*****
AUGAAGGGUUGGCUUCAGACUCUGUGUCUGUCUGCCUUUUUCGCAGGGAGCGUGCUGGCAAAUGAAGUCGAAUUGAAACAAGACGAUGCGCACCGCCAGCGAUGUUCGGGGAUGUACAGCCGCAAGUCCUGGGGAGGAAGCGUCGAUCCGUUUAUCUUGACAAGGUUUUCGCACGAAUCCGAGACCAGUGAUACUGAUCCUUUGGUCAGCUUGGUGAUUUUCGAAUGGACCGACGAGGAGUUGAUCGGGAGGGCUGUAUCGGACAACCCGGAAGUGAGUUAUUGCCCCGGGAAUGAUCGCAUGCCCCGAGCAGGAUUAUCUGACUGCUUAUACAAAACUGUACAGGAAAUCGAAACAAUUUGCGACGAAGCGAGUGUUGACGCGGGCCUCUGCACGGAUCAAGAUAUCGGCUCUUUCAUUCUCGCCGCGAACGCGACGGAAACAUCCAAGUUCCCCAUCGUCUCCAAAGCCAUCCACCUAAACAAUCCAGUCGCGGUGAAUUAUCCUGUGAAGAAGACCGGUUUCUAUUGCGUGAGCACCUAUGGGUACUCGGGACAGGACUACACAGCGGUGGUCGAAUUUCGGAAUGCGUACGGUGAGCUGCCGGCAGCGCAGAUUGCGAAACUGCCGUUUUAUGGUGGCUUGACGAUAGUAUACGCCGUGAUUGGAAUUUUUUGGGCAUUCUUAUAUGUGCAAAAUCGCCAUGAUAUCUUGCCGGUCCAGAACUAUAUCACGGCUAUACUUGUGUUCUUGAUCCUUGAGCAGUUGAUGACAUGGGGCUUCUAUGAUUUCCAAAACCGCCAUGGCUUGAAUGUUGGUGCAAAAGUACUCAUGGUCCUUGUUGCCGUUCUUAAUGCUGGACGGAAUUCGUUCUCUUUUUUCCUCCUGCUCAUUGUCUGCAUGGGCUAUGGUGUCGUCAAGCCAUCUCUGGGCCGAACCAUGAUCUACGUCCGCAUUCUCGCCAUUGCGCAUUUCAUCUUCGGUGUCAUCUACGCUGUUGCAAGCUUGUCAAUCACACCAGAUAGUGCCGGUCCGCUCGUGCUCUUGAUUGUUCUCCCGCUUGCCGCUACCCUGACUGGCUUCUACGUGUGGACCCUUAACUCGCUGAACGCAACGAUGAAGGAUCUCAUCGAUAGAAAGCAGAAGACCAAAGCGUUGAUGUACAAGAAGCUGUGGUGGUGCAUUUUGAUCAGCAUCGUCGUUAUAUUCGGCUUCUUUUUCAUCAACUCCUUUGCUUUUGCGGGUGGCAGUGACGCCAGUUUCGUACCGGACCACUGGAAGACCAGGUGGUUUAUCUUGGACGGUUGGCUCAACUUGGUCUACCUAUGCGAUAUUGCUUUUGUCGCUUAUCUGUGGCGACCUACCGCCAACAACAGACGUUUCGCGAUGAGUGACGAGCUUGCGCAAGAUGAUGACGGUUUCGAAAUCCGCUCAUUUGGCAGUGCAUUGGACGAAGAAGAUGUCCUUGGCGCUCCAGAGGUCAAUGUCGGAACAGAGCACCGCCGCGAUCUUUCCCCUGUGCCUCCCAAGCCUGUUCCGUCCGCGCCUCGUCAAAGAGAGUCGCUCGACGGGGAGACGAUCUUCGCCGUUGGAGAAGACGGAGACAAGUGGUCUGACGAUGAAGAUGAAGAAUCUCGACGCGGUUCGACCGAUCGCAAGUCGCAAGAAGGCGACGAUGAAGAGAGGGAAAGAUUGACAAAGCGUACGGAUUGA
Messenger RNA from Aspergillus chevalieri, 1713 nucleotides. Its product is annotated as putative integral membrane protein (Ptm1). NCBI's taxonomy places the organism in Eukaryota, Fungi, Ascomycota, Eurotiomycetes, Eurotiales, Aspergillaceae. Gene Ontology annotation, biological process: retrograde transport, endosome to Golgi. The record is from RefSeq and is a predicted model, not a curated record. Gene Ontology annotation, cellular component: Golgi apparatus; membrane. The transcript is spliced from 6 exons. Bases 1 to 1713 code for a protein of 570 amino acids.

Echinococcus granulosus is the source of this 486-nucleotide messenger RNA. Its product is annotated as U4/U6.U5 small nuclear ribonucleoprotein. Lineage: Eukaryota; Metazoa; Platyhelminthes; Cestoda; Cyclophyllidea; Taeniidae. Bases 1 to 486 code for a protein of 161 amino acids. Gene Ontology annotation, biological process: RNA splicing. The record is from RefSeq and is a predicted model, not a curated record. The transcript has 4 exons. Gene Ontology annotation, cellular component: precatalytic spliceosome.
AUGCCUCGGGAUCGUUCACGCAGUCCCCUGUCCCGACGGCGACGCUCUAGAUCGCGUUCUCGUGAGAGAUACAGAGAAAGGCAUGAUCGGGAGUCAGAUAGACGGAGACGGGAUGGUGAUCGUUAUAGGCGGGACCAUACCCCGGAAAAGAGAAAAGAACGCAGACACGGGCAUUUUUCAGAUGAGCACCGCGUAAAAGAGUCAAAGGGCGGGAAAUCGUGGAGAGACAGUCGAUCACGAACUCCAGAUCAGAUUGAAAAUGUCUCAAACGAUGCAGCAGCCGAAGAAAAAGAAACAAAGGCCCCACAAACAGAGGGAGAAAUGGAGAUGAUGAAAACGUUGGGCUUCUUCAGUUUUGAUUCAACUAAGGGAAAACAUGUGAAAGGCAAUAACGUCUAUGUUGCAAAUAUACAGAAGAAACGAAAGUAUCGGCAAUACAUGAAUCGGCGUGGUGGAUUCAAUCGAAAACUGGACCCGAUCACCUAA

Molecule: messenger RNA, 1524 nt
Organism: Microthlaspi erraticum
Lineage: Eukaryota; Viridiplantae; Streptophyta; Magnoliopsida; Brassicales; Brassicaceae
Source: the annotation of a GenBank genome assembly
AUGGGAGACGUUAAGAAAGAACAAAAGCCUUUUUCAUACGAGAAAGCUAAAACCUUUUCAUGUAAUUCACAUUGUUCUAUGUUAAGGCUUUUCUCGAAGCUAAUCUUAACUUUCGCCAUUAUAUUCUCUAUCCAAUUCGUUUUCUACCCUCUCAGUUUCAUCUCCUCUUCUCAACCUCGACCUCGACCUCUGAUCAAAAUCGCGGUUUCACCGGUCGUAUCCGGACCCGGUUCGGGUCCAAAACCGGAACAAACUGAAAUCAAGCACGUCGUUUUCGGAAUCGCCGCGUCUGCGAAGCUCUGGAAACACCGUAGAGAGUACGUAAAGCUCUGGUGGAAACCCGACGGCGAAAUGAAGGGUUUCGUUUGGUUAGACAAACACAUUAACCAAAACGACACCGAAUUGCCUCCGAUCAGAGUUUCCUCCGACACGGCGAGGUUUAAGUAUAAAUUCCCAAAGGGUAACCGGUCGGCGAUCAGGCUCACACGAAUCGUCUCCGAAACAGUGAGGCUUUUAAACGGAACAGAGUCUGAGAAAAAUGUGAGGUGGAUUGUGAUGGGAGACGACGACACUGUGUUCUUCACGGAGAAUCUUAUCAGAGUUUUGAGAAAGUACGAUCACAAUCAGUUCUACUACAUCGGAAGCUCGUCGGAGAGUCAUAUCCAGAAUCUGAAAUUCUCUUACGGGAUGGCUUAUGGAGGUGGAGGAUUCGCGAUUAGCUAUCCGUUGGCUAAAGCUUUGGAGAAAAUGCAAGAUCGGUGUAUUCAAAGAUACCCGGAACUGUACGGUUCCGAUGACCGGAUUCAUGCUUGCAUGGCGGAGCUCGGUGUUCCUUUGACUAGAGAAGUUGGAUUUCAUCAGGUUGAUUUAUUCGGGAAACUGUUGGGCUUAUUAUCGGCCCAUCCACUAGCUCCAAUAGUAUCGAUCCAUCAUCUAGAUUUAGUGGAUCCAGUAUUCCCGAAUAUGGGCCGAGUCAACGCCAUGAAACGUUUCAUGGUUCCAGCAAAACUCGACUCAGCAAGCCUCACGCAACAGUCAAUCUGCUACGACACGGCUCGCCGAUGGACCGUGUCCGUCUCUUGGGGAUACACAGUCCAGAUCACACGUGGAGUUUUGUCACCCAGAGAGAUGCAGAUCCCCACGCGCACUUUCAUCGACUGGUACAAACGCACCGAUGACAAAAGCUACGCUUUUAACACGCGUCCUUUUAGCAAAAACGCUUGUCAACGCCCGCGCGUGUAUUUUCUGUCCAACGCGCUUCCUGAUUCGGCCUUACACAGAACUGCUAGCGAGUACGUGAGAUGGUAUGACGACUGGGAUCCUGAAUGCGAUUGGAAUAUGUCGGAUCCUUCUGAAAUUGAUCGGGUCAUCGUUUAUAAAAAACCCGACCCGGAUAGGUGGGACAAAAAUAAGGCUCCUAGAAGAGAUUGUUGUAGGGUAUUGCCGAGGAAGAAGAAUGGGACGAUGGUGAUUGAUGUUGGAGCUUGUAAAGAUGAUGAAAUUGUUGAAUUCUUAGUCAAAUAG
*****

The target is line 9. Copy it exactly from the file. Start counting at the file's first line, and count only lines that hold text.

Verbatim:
AUGGGAGACGUUAAGAAAGAACAAAAGCCUUUUUCAUACGAGAAAGCUAAAACCUUUUCAUGUAAUUCACAUUGUUCUAUGUUAAGGCUUUUCUCGAAGCUAAUCUUAACUUUCGCCAUUAUAUUCUCUAUCCAAUUCGUUUUCUACCCUCUCAGUUUCAUCUCCUCUUCUCAACCUCGACCUCGACCUCUGAUCAAAAUCGCGGUUUCACCGGUCGUAUCCGGACCCGGUUCGGGUCCAAAACCGGAACAAACUGAAAUCAAGCACGUCGUUUUCGGAAUCGCCGCGUCUGCGAAGCUCUGGAAACACCGUAGAGAGUACGUAAAGCUCUGGUGGAAACCCGACGGCGAAAUGAAGGGUUUCGUUUGGUUAGACAAACACAUUAACCAAAACGACACCGAAUUGCCUCCGAUCAGAGUUUCCUCCGACACGGCGAGGUUUAAGUAUAAAUUCCCAAAGGGUAACCGGUCGGCGAUCAGGCUCACACGAAUCGUCUCCGAAACAGUGAGGCUUUUAAACGGAACAGAGUCUGAGAAAAAUGUGAGGUGGAUUGUGAUGGGAGACGACGACACUGUGUUCUUCACGGAGAAUCUUAUCAGAGUUUUGAGAAAGUACGAUCACAAUCAGUUCUACUACAUCGGAAGCUCGUCGGAGAGUCAUAUCCAGAAUCUGAAAUUCUCUUACGGGAUGGCUUAUGGAGGUGGAGGAUUCGCGAUUAGCUAUCCGUUGGCUAAAGCUUUGGAGAAAAUGCAAGAUCGGUGUAUUCAAAGAUACCCGGAACUGUACGGUUCCGAUGACCGGAUUCAUGCUUGCAUGGCGGAGCUCGGUGUUCCUUUGACUAGAGAAGUUGGAUUUCAUCAGGUUGAUUUAUUCGGGAAACUGUUGGGCUUAUUAUCGGCCCAUCCACUAGCUCCAAUAGUAUCGAUCCAUCAUCUAGAUUUAGUGGAUCCAGUAUUCCCGAAUAUGGGCCGAGUCAACGCCAUGAAACGUUUCAUGGUUCCAGCAAAACUCGACUCAGCAAGCCUCACGCAACAGUCAAUCUGCUACGACACGGCUCGCCGAUGGACCGUGUCCGUCUCUUGGGGAUACACAGUCCAGAUCACACGUGGAGUUUUGUCACCCAGAGAGAUGCAGAUCCCCACGCGCACUUUCAUCGACUGGUACAAACGCACCGAUGACAAAAGCUACGCUUUUAACACGCGUCCUUUUAGCAAAAACGCUUGUCAACGCCCGCGCGUGUAUUUUCUGUCCAACGCGCUUCCUGAUUCGGCCUUACACAGAACUGCUAGCGAGUACGUGAGAUGGUAUGACGACUGGGAUCCUGAAUGCGAUUGGAAUAUGUCGGAUCCUUCUGAAAUUGAUCGGGUCAUCGUUUAUAAAAAACCCGACCCGGAUAGGUGGGACAAAAAUAAGGCUCCUAGAAGAGAUUGUUGUAGGGUAUUGCCGAGGAAGAAGAAUGGGACGAUGGUGAUUGAUGUUGGAGCUUGUAAAGAUGAUGAAAUUGUUGAAUUCUUAGUCAAAUAG